Friday, 5 August 2011

Fiat, Mercedes, BMW & Ford open cafes, lounges to boost brands and warm up to future customers

If you love food, wine and fast cars, this is where you want to go: carmakers Fiat, Ford, BMW and Mercedes are busy opening cafes and lounges in the country to boost their brands and warm up to future customers. 

Italian carmaker Fiat, desperate to check sagging sales in India, will open its signature cafes in New Delhi and Pune next month. 

The cafes, to be run in tie-up with Lavazza, will have Fiat cars displayed in a lounge environment replete with pasta and other Italian food and aromas of espresso wafting in. And there will be a cultural space for film screenings, theatre and artwork. "The idea is to bring out the Italian-ness of Fiat while introducing the style and technology to consumers," says Fiat India vice president, Commercial Vehicles, Ravi Bhatia. 

Fiat is not the only carmaker in the food street. Last week, luxury carmaker Mercedes-Benz India opened a star lounge at the Delhi International Airport where it has a model of sports car SLS AMG on display and an exclusive cafe for its existing customers. 

"When it comes to luxury retailing, you are not just selling cars but a lifestyle," says Mercedes-Benz India Director - Marketing & Sales Debasis Mitra. "We realized we could not just expect customers to visit us, we had to reach them where they are too." 
And its primary rival BMW, which has been running a lounge in New Delhi for three years now, plans to open a second lounge in Mumbai this year. "Not everyone comes to buy a BMW. Those who do not dine or buy a car use the wiwill fi available for work. This is a way for them to indulge with the brand," a BMW executive said, seeking anonymity because he is not authorised to speak. The lounge conducts art exhibitions and cooking classes to connect with customers of tomorrow.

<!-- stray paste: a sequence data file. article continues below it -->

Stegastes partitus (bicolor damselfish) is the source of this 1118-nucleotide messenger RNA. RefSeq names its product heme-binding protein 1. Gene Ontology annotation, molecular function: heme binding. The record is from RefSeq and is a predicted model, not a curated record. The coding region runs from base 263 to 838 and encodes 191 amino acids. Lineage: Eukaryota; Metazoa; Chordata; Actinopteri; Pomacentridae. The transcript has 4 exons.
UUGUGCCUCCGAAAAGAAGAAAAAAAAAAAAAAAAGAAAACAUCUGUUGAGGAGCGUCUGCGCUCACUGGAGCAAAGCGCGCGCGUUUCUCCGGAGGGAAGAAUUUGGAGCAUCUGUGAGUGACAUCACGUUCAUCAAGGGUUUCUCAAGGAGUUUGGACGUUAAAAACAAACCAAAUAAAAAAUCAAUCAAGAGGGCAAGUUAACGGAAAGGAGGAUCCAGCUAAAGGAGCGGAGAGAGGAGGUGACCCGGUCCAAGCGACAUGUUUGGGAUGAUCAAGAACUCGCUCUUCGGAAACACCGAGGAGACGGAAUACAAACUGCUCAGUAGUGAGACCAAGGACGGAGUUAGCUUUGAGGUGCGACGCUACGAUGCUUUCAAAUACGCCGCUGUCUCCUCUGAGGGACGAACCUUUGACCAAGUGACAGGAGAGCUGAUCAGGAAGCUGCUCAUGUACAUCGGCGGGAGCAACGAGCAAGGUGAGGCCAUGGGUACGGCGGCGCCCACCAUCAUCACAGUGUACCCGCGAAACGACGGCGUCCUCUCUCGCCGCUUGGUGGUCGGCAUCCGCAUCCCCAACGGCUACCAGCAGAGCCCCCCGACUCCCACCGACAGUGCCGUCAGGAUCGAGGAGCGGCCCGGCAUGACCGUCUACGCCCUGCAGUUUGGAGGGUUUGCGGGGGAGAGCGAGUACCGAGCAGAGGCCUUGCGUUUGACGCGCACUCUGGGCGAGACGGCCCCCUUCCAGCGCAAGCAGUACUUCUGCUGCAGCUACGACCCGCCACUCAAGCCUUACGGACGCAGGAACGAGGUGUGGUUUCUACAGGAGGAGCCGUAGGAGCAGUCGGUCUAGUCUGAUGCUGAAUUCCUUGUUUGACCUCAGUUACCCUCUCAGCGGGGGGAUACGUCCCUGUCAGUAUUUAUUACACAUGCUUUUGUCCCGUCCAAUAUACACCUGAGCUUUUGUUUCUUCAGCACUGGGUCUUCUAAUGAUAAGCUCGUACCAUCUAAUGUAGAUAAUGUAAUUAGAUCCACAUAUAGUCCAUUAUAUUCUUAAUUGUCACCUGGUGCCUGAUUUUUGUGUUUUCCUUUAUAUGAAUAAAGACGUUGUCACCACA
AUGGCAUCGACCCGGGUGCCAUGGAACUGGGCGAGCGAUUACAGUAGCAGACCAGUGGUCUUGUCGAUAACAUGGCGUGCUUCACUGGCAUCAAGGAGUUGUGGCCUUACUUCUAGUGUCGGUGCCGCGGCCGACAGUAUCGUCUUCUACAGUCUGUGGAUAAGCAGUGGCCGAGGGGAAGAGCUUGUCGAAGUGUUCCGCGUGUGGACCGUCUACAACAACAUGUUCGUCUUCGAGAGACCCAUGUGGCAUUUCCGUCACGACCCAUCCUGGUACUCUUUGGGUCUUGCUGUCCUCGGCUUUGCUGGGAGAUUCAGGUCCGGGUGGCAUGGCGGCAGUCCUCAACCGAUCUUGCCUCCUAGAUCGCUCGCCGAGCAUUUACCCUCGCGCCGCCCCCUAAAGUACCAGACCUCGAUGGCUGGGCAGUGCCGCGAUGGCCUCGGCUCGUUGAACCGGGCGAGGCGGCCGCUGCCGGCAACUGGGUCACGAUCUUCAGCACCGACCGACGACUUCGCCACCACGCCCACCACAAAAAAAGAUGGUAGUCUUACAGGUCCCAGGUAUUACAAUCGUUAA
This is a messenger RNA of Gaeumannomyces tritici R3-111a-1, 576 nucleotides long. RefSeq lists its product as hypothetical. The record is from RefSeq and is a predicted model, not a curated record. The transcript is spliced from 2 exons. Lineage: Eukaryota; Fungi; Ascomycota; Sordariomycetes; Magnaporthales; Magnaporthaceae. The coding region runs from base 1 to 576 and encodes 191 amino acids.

Ford India too took the cafe route by setting up temporary Fiesta cafes in malls across New Delhi, Mumbai and Bangalore in April to create a build up for the new edition of Fiesta. The cafes wiwill be operational till August end. "It was an opportunity to respond to the high interest for the new Fiesta as the product had not been launched at showrooms," a Ford India spokesperson said. 

Analysts such as Prathish Nair, director-brand strategy & client development at Trancend Brand Consulting, feel that the timing is right for such experience zones. "Consumers are not just buying into a car anymore. They are buying into design sensibilities and legacy, which is why companies need to create an experiential positioning and reflect brand value," says Nair. 

That is why the move may be important for Fiat, which has been struggling in the market. Last year, when India's total car sales increased 30% to 1.98 million vehicles, Fiat's sales dipped nearly 15% to just 21,066 cars. 

Market experts say one of Fiat's problems in India is its image. "Before Fiat entered into a joint venture with Tata Motors, the perception was that the after sales service of Fiat is not good. 

The JV has addressed this and increased dealerships, yet consumers at times carry the old perception," an analyst at a brokerage firm said. 

Fiat now expects the cafes to prop up brand engagement here. "The attempt to increase sales is definitely one of the reasons for opening cafes in India," says Fiat India's Bhatia. "It (cafe) will be the face of Fiat in India."


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